Malaysia announced Wednesday that Saudi Arabia met its request to increase its Hajj quota, local media reported.
Prime Minister Muhyiddin Yassin said Muslim-majority nation's quota for the annual Islamic pilgrimage to Saudi Arabia was increased by 10,000 pilgrims this year, according to state news agency Bernama.
Speaking to reporters at the end of a four-day official visit to the kingdom, Muhyiddin said he made the request during a meeting with Crown Prince Mohammed bin Salman at the Al-Yamamah Palace on Tuesday.
"When the Hajj situation returns to normalcy after the COVID-19 pandemic, we will get the additional quota for our pilgrims," the agency quoted the premier as saying.
He said the crown prince had responded positively to his request and expressed that Saudi Arabia's willingness to welcome Malaysian pilgrims.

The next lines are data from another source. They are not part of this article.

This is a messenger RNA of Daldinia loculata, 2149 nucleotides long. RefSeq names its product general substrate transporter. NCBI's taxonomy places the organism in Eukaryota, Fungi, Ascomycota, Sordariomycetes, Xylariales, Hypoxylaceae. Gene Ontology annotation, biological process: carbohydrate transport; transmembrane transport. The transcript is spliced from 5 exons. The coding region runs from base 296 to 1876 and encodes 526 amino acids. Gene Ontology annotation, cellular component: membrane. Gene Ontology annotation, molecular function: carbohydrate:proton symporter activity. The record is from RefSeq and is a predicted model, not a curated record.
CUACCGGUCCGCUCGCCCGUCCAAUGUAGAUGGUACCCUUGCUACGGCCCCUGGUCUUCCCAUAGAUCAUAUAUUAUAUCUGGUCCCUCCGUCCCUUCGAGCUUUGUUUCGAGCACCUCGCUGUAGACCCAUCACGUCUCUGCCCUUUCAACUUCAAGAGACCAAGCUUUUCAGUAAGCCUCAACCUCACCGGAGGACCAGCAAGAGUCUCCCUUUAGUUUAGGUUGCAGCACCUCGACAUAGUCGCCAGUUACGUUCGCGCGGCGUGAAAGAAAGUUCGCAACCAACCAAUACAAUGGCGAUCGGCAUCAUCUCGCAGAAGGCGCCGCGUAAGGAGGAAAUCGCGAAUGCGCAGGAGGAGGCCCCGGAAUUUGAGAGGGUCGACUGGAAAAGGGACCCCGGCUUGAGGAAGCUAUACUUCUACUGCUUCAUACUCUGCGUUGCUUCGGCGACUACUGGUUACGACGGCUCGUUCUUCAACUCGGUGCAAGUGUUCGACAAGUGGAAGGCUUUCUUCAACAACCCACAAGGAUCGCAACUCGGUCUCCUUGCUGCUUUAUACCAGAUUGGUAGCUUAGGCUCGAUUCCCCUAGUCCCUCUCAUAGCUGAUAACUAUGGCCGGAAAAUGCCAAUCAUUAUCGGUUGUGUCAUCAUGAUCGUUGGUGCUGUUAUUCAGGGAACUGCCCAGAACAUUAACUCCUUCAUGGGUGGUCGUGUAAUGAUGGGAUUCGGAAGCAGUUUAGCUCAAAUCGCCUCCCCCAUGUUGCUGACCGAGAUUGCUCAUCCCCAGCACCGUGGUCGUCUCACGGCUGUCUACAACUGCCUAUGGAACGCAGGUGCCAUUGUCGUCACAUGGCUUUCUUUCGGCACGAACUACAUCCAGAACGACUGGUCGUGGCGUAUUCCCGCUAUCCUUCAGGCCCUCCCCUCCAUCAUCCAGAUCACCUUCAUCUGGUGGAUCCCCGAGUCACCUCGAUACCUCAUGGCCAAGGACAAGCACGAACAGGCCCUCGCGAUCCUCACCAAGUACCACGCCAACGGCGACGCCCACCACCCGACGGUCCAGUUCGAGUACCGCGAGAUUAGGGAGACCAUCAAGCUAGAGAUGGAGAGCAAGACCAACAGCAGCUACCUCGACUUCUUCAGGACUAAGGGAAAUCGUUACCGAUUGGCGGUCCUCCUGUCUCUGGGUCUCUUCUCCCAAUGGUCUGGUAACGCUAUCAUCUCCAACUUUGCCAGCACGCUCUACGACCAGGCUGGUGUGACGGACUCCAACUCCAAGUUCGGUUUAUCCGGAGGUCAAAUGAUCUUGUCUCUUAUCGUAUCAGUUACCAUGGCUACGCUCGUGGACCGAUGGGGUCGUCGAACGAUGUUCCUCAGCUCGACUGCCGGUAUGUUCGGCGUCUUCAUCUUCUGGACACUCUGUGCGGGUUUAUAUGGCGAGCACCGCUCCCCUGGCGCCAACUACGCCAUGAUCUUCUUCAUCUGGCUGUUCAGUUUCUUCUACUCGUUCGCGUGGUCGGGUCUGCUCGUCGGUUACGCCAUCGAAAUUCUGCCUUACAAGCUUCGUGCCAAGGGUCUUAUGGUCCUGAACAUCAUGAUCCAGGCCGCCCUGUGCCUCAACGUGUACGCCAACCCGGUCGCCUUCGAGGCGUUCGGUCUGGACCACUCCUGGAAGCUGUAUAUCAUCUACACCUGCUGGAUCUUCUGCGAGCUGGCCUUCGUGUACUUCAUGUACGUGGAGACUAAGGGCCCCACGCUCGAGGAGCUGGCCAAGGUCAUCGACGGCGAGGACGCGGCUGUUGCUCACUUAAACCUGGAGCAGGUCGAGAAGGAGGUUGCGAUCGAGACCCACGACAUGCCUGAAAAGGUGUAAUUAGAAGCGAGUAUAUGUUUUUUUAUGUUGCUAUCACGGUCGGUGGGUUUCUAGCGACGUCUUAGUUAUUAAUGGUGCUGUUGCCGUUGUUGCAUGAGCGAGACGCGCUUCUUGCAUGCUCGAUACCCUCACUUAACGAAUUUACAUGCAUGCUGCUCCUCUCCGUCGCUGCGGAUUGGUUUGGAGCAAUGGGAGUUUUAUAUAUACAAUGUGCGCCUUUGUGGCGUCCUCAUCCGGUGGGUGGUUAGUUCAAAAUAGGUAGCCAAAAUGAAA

Before the hike, the quota for Malaysia is currently at 31,600, according to Tabung Haji, the country's Hajj institution.
Riyadh sets the Hajj quota for each country based on their total population.
During Muhyiddin's visit to the Kingdom, Kuala Lumpur and Riyad signed an agreement to ease and simplify various travel and logistical processes for Malaysian Hajj and Umrah pilgrims. Umrah is the Islamic pilgrimage to Mecca that Muslims can undertake at any time of the year.
These processes include airport arrangements, visa and passport checking, customs procedures, he said.
*Writing by Rhany Chairunissa Rufinaldo with Anadolu Agency's Indonesian language services in Jakarta